Difference Between Abiotic and Biotic Factors
The two most important factors which play a vital role in shaping the environment are biotic and abiotic components.
A biotic component or a biotic factor is any living component that affects another living component, or shapes of the ecosystem. This may include both animals that consume other organisms within their ecosystem and the organism that is being consumed. Human influence, pathogens, and disease outbreaks are also included as biotic factors. Each and every biotic factor needs the appropriate amount of energy and nutrition to function from day to day. The three main categories of biotic factors are:
Autotrophs, commonly known as Producers: They convert energy (through the process of photosynthesis) into food. There are two kinds of producers.
- The most common type of producer on Earth today is Photoautotrophs. These producers obtain energy from sunlight to support their life functions. Green algae, green plants, and some bacteria are photoautotrophs. Most photoautotrophs have a pigment, such as chlorophyll, to catch photons from the Sun and manufacture their own energy. Then they convert that energy into a form that all life forms can use and use it to create sugars, lipids, proteins and more essential materials for life. In most ecosystems, plants, i.e. the producers are multicellular, highly complex, and very efficient at converting sunlight into energy fuel for living organisms – from the bottom of the energy pyramid. All other organisms depend on the plants for their survival.
- Chemoautotrophs are fairly rare components of the ecosystem. They harvest energy from chemicals such as hydrogen, iron, and sulfur, which are not common in most environments. They also play an important role in ecosystems because of their unique biochemistry. Microorganisms that make methane (methanogens) – are chemoautotrophs. Methane, a greenhouse gas which is much more harmful than carbon dioxide, plays a major role in regulating the planet’s temperature. Other chemoautotrophs can also produce similarly powerful chemicals with their unusual metabolisms. There is still a debate on whether the first forms of life on Earth photoautotrophs or chemoautotrophs were.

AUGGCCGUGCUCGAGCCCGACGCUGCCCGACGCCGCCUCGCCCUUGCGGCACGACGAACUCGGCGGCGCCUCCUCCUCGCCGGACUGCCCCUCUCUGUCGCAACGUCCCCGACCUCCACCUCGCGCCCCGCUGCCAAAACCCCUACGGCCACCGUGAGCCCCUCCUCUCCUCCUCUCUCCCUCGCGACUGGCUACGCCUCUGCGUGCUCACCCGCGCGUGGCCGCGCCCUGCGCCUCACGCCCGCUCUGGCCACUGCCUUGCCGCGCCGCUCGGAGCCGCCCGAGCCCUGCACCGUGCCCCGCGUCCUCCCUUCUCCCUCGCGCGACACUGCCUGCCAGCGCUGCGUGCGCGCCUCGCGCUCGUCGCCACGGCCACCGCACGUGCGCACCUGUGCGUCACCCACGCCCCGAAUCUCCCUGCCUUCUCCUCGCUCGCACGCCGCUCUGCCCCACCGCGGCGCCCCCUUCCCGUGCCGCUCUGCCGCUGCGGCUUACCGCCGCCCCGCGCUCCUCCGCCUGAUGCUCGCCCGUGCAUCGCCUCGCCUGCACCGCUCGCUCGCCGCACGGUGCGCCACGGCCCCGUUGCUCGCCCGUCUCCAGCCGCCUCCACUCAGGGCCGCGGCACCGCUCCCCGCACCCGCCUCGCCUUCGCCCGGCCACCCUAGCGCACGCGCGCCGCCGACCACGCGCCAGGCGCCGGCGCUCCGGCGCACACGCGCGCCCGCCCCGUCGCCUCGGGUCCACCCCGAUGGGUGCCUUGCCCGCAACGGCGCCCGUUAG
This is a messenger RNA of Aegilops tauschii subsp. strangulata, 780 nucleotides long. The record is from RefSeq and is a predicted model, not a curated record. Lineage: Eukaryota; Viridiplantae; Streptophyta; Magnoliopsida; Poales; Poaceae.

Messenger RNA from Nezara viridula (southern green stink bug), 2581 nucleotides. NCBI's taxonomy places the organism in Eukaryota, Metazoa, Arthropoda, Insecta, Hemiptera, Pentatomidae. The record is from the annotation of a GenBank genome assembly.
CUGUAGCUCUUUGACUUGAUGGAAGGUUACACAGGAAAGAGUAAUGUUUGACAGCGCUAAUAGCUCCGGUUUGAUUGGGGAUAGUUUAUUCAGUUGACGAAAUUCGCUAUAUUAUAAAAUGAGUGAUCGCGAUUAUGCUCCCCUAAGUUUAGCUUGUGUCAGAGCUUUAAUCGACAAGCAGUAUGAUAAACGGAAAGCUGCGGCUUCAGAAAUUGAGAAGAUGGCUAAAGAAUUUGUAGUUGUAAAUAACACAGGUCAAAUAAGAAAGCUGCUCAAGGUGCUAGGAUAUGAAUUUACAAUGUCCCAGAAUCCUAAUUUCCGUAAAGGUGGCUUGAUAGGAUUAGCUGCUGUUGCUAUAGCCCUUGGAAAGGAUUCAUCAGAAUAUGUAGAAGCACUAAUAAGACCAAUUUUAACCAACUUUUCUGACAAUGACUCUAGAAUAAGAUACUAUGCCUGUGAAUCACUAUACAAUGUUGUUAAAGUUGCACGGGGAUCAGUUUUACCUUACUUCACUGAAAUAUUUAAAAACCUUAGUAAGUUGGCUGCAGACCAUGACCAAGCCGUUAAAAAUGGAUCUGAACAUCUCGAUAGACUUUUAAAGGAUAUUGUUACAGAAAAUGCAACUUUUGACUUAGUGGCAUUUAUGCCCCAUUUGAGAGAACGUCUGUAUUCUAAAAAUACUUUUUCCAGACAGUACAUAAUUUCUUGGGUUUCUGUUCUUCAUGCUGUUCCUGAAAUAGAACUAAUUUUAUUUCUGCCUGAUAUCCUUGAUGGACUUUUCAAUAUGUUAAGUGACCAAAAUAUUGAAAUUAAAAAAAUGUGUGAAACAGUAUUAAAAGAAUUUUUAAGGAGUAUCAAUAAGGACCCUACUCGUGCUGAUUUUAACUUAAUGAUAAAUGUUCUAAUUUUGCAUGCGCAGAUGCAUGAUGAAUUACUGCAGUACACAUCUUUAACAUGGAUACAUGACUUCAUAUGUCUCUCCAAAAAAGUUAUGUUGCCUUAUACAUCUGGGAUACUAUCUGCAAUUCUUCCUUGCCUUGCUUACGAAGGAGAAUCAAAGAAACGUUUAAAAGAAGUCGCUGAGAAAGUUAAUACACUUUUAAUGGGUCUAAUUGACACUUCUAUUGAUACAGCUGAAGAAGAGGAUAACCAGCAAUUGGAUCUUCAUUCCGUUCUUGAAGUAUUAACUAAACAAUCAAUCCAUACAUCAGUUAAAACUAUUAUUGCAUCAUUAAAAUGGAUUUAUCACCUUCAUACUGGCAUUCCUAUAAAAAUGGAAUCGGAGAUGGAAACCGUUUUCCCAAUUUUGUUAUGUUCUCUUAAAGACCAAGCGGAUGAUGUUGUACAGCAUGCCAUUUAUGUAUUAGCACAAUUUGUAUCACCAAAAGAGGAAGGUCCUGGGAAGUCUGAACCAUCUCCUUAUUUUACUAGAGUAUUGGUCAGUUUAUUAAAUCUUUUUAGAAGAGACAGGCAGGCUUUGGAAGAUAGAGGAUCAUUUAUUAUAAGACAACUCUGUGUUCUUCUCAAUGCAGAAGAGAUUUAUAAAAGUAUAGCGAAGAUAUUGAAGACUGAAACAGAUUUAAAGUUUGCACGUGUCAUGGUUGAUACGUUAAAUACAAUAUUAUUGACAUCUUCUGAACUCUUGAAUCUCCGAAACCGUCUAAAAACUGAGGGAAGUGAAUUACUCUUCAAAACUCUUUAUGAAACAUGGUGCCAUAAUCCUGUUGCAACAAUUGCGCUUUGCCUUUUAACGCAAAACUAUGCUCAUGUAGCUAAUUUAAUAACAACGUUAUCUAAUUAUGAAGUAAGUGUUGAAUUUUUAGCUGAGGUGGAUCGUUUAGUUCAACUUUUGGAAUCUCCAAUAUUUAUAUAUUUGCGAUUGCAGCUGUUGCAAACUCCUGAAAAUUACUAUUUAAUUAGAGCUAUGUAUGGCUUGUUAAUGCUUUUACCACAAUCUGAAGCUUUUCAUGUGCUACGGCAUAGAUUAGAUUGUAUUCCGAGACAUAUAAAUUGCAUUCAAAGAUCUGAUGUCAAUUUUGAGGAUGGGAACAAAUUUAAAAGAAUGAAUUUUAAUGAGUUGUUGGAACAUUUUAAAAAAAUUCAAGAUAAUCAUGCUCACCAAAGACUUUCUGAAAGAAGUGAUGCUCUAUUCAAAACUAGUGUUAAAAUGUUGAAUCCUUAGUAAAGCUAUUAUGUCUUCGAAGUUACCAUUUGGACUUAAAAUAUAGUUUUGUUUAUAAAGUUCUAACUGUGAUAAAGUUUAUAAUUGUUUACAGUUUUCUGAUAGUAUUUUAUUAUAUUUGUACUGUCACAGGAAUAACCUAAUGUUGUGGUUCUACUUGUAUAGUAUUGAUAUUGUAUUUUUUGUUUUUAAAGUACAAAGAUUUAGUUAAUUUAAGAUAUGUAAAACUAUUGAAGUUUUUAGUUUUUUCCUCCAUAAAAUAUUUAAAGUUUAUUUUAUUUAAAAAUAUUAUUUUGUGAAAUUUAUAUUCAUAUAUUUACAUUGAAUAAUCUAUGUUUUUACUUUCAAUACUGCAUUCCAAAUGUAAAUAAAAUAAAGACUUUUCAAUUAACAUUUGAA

Heterotrophs, commonly known as Consumers: They depend upon producers (and occasionally other consumers) for food. Herbivores i.e. the plant eaters, carnivores i.e. the animal eaters, and omnivores who eat both plants and animals, – all fall under the category of heterotrophs. Heterotrophy may have evolved when some organisms discovered that they could consume autotrophs as a source of energy, instead of creating their own energy and organic materials. Also, a few special kinds of autotrophs subsequently evolved symbiotic relationships with consumers, such as angiosperms – plants which produce fruits and nectars to attract animals, who generally help them to reproduce. The levels of most ecosystems’ energy pyramids consist of consumers – herbivores, minor predators, and top predators who eat other organisms.
Detritivores, commonly known as Decomposers: They break down chemicals from producers as well as consumers (usually antibiotic) into a simpler form which can be reused. They constitute an important aspect of many ecosystems. Detritivores can live on any variety of soil with an organic component, including marine ecosystems, where they are termed interchangeably with bottom feeders.
Factors affecting the biotic components and other biotic factors: